ECONOMICS AND POLITICS by L. Marcus (Lyndon LaRouche)
The political positions represented in the draft resolution, , are the present stage of development of a political line first introduce by L. Marcus to leading SWP bodies in 1957-58. The starting point of that line was and remains that In applying this economic analysis to social and political questions Marcus has followed the line of method presented by comrade Trotsky in several places, as in "The Curve of Capitalist Development" (Fl, May, 194-1).
How — in the middle 'sixties! — with the beginning of a new U.S. recession evident in March, 1965) with the imperialist financial organs filled with the issue of an impending general crisis, the Marcus economic analysis has been fully confirmed by ensuing events. The Marcus positions on social and political perspectives have been confirmed in much the same way, virtually to the same extent. What is actually proven is the effectiveness of Marxism as a science, Marxist method. Again, history has demonstrated that the active practice of Marxist science is the only means for comprehending the current reality, the exclusive basis for revolutionary political programs and activities.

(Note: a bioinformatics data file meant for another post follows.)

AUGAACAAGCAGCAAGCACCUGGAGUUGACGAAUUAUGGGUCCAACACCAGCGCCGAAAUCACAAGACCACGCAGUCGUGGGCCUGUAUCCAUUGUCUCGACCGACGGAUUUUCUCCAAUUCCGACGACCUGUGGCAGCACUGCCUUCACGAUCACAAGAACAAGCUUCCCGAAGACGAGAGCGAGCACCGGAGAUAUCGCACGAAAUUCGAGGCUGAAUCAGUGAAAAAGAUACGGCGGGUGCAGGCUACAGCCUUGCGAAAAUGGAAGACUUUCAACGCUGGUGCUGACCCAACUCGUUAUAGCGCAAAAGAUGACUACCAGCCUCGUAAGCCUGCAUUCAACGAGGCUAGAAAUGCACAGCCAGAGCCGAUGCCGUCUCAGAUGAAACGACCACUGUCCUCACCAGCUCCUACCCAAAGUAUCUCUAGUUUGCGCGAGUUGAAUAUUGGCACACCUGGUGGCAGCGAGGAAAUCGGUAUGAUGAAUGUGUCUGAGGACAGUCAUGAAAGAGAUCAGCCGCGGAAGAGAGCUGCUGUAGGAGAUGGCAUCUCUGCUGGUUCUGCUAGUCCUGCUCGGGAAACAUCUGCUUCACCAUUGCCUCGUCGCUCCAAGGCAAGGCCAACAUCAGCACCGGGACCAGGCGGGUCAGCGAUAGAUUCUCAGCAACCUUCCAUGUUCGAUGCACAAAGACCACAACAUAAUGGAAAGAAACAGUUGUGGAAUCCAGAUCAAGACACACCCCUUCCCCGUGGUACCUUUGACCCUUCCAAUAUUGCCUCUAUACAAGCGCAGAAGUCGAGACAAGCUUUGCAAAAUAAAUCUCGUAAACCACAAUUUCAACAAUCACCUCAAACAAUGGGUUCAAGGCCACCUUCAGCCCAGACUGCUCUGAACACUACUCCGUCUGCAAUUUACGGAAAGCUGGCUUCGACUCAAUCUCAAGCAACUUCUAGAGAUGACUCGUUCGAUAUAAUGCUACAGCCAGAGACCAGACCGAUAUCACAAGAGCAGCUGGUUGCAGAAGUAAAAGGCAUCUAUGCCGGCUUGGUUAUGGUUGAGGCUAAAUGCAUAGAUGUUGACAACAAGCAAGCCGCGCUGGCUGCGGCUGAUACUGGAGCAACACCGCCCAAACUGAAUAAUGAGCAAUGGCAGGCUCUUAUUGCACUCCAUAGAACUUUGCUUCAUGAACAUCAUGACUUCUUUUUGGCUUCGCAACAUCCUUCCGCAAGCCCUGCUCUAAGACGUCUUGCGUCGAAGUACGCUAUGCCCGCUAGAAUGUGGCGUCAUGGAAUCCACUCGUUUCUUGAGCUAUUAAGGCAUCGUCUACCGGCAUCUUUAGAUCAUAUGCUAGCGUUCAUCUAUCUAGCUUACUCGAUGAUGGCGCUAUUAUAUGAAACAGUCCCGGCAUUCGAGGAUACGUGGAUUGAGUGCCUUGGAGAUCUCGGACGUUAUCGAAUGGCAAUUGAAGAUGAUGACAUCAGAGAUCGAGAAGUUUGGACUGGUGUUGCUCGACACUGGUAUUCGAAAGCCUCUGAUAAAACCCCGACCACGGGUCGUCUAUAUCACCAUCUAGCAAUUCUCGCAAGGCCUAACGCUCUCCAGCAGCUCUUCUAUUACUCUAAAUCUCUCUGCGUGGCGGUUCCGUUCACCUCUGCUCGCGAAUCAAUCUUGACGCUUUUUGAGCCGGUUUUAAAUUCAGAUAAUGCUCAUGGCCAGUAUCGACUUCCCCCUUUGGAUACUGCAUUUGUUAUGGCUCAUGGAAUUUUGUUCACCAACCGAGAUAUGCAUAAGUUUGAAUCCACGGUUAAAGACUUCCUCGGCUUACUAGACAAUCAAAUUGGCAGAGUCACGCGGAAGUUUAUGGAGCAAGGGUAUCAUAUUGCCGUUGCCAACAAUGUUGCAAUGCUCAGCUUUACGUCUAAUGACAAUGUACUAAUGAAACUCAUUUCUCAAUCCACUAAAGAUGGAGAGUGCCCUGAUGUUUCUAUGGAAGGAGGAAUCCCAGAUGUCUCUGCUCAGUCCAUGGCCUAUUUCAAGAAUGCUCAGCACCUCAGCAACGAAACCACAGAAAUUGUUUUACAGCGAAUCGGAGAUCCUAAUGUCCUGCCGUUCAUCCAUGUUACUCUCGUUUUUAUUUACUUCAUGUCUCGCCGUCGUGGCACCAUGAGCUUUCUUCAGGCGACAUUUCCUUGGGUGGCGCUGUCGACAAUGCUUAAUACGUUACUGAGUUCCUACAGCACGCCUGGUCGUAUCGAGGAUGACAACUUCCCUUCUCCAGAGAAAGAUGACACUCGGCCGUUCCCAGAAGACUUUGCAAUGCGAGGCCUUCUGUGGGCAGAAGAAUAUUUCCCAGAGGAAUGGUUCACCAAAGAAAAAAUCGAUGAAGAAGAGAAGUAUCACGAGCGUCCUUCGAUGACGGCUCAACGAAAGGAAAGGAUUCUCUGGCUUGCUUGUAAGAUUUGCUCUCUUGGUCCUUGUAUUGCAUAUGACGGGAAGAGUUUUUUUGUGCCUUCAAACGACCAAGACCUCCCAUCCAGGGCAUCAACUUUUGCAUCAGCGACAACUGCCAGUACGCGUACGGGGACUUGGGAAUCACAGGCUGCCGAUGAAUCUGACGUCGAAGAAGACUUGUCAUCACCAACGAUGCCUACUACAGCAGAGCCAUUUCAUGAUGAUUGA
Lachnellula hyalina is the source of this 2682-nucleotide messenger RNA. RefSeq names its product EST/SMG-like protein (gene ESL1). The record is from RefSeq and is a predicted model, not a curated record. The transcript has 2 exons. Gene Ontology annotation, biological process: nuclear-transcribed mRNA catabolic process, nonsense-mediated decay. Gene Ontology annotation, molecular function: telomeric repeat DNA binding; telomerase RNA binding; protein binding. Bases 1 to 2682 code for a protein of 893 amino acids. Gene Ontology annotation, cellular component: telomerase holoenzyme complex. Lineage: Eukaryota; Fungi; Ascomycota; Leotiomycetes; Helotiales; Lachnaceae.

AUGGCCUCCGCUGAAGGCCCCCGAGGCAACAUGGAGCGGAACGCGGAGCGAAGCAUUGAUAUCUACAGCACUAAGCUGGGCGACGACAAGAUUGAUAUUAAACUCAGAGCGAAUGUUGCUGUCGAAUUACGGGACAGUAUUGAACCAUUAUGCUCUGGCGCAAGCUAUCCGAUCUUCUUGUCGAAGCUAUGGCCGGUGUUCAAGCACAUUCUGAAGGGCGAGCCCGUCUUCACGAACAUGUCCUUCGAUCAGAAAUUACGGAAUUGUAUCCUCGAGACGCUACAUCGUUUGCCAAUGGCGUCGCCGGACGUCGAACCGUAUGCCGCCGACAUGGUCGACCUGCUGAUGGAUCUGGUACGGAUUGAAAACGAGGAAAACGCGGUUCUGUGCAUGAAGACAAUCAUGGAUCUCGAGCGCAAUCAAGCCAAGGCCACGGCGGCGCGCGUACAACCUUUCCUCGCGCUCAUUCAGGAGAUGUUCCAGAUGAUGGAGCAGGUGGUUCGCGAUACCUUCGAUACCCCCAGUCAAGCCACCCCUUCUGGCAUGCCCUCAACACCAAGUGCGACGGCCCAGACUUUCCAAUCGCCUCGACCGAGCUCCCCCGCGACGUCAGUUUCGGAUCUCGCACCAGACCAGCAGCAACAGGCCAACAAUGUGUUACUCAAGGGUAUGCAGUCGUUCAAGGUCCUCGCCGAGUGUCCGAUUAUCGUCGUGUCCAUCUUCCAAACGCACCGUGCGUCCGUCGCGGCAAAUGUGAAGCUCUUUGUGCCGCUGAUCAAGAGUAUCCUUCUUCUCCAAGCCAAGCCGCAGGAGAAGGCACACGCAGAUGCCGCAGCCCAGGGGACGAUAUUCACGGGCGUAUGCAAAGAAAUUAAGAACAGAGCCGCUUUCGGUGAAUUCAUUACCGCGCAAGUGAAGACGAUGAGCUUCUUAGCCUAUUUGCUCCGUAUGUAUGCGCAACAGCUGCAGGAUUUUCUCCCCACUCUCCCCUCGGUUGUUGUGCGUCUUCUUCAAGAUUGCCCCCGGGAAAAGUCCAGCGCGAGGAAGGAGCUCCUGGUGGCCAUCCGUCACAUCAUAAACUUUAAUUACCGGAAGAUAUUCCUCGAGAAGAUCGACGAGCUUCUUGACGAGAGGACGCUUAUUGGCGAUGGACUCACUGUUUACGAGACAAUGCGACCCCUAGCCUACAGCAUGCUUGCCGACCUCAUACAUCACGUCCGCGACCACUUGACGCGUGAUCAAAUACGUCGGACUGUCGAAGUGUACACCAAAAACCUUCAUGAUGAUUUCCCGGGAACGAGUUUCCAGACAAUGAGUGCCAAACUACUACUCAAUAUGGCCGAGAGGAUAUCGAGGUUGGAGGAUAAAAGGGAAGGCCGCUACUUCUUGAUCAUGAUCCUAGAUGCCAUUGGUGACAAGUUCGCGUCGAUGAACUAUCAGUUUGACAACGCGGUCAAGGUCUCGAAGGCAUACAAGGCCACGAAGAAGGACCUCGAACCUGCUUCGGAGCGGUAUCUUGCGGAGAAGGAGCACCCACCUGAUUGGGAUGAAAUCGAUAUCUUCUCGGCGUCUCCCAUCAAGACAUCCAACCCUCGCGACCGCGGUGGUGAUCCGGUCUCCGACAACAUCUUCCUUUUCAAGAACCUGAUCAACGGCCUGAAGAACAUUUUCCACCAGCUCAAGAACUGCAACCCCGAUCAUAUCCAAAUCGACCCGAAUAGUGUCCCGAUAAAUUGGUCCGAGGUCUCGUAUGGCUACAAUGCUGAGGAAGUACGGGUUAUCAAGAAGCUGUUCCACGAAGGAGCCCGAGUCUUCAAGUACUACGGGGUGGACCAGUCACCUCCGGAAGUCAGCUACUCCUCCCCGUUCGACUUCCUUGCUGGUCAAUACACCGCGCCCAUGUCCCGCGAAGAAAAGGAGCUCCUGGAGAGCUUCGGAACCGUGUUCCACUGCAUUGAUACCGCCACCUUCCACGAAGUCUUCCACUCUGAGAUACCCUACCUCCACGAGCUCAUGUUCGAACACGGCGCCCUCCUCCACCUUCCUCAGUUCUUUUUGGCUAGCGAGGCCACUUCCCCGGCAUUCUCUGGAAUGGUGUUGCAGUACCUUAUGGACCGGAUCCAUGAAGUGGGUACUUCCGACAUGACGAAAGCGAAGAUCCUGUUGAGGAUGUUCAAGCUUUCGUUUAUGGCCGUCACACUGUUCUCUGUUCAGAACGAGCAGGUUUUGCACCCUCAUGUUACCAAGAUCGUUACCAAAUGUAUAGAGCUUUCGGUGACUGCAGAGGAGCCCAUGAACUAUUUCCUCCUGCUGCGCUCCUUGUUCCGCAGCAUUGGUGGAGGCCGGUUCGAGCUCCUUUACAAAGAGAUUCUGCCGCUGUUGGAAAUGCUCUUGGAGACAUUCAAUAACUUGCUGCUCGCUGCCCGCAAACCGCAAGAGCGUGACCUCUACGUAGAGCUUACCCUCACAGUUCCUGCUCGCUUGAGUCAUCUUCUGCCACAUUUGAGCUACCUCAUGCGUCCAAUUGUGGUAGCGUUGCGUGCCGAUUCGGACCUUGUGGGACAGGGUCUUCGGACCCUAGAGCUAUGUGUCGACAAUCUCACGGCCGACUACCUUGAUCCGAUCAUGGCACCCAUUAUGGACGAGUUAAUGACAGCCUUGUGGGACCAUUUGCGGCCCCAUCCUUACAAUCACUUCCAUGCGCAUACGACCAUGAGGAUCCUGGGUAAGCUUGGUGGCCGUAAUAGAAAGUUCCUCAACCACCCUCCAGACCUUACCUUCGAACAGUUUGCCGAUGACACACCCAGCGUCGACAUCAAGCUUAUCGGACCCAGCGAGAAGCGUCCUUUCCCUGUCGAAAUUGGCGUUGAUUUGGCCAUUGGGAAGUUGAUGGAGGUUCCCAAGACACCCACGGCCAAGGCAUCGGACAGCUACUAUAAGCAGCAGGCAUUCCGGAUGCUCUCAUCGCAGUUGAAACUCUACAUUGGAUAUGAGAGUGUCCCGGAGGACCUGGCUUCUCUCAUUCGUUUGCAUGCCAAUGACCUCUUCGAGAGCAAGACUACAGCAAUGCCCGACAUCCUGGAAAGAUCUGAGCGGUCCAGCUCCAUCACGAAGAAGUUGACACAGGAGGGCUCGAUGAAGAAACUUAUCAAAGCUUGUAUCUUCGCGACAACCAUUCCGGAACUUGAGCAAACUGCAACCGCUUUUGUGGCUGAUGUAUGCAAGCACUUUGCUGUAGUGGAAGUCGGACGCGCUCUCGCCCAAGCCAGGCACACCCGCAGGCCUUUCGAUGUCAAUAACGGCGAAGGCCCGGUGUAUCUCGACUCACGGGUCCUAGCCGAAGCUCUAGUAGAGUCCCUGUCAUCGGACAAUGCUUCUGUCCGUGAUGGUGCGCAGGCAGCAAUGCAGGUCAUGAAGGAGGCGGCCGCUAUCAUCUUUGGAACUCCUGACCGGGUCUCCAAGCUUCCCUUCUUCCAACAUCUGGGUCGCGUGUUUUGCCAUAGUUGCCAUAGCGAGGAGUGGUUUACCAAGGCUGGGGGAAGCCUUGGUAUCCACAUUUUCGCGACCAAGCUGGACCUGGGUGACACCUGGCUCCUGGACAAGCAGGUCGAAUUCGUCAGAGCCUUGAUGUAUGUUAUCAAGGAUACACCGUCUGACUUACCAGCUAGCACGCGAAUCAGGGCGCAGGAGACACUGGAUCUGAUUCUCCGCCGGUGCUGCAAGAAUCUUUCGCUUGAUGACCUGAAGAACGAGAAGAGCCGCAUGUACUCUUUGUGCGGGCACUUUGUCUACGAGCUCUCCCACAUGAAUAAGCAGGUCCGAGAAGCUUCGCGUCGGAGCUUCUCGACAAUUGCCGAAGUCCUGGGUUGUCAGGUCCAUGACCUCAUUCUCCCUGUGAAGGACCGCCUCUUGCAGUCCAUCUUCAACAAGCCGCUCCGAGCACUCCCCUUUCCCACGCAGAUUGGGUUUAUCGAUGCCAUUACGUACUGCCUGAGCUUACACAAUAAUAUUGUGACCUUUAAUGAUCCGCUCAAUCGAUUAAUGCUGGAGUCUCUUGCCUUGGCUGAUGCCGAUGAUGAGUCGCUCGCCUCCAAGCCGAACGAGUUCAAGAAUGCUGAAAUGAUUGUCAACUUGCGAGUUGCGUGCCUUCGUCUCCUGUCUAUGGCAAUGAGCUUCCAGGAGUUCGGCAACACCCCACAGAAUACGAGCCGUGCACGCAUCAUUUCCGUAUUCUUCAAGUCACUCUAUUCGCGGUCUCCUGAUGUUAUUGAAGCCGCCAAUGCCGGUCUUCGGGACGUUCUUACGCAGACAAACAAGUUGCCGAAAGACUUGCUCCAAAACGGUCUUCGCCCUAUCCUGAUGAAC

Yet, in "Report and Recommendations on Economic Discussion" (, Vol. 25, No. 5), we encounter the worst sort of revisionism, both respecting Marxist economics and the method by which Marxists expose the interconnection of economics and politics. It is absolutely clear, for example, that the authors and sponsors of the PC's "economic resolution" know absolutely nothing about Marx's conception of the general crisis of capitalism.
The for this revisionism does not lie with the inexperienced young comrades on the "Economic Subcommittee." These young comrades might become very good Marxists, provided that they rid themselves of the ignorant method of the academic classroom. The political responsability for this revisionism lies with the Political Committee. That Committee, apparently incompetent to say anything itself on urgent questions of the day, resorts to borrowing the "freshman exercise books" of youth still steeped in bourgeois economics as a substitute for Marxist analysis.
The issue is not confined to errors of fact and conclusion of inexperienced students. More important is the complete anti-Marxist political proposal:
". . . 3. That a literary discussion on economics "be opened after the convention. Any party member would be entitled to submit contributions to the bulletins concerned with this particular discussion, provided, in the opinion